Car Collides With Orange Line Bus
NORTH HOLLYWOOD -- Fifteen people were injured Wednesday in the first major accident on the new Metro Orange Line, which began operating over the weekend.
The collision between one of the specially designed buses and a car occurred in the 6000 block of Woodman Avenue, near Oxnard Street, at 2:05 p.m., said Brian Humphrey of the city fire department.
Humphrey told KCAL9 that 15 people were injured, including 14 on the bus and the female driver of a silver car that apparently struck the side of the Orange Line bus.
The driver was at first listed in critical condition, but Humphrey said her condition was upgraded to fair.
The 78-year-old Woodland Hills woman was originally sent to St. Joseph's Medical Center in Burbank, but then rerouted to Providence Holy Cross Medical Center in Mission Hills, he said.
Humphrey said the woman's seat belt and air bag minimized her injuries. Fourteen people aboard the Orange Line bus were hospitalized, but with only minor injuries, Humphrey said.
"There were no reports of any serious or critical injuries on the bus," he said in a broadcast report.
The cause of the accident was unclear, although Humphrey said witnesses claimed the car drove into the side of the 60-foot bus.
Rick Jager, a spokesman for the Metropolitan Transportation Authority, said the Orange Line busway was temporarily blocked at Woodman and Oxnard, so buses were using surface streets to move around the area and keep the service running.
Gayle Anderson of MTA said the intersection was cleared by about 3:45 p.m. and the buses began running normally.
Anderson said 40 people were on the bus when the accident occurred. She said the bus was heading east, and the vehicle that struck the bus was heading south. Witnesses at the scene said the driver of the car ran a red light and may have been talking on a cell phone, according to Anderson.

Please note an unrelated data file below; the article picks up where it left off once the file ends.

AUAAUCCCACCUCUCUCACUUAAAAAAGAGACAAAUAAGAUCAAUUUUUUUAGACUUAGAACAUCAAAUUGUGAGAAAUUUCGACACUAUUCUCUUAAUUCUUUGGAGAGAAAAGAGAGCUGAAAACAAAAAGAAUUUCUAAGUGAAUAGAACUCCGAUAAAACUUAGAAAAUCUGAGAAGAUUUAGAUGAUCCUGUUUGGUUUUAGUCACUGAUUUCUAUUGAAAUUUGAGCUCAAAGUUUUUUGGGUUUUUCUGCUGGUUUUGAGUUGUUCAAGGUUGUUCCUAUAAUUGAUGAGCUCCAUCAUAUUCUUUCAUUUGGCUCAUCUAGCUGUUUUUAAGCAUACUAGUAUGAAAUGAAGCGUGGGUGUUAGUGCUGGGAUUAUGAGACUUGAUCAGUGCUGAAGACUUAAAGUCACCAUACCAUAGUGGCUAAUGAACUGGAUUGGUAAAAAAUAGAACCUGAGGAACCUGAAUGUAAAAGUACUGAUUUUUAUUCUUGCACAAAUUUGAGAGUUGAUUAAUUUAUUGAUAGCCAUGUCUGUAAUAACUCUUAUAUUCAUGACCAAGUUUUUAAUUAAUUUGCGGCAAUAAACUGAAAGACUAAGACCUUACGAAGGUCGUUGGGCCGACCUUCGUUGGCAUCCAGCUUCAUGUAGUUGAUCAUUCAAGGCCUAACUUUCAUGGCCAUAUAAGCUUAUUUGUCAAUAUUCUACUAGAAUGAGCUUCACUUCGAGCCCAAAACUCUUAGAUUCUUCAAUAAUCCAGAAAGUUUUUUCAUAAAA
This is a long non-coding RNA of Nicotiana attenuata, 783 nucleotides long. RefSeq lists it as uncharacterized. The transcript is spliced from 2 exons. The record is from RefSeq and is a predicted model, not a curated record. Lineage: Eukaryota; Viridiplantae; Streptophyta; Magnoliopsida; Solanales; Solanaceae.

She said the car struck the bus near the center, then spun around and hit the bus again.
It was the second accident of the day on the Orange Line, which opened amid concerns about safety because of its multiple crossings through San Fernando Valley intersections, which do not feature crosing gates like train lines.
Anderson said a minor accident occurred around 11:15 a.m. involving an elderly woman who allegedly ran a red light and hit an Orange Line bus near Topham Street and Corbin Avenue.
Nobody was injured in that collision, Anderson said.
The minor accident, however, prompted county Supervisor Zev Yaroslavsky to take a ride on the line. After that ride, Yaroslavsky sent a letter to MTA chief executive officer Roger Snoble asking that Orange Line drivers be more cautious when they approach intersections because some motorists run red lights.
"We know drivers have a tendency to run the lights," said Yaroslavsky aide Joel Bellman. "The MTA has really gone out of its way to emphasize the safety issues."
The 14-mile Orange Line, which runs on a dedicated busway between Woodland Hills and North Hollywood, opened with free rides on Saturday. An estimated 30,000 people rode the line during Saturday's free trial.
In response to this afternoon's accident, City Councilwoman Wendy Greuel scheduled a meeting for tomorrow at her office with county and city transportation and police officials to discuss safety issues. The meeting will be closed to the public, but participants are expected to discuss the results with the media afterward.
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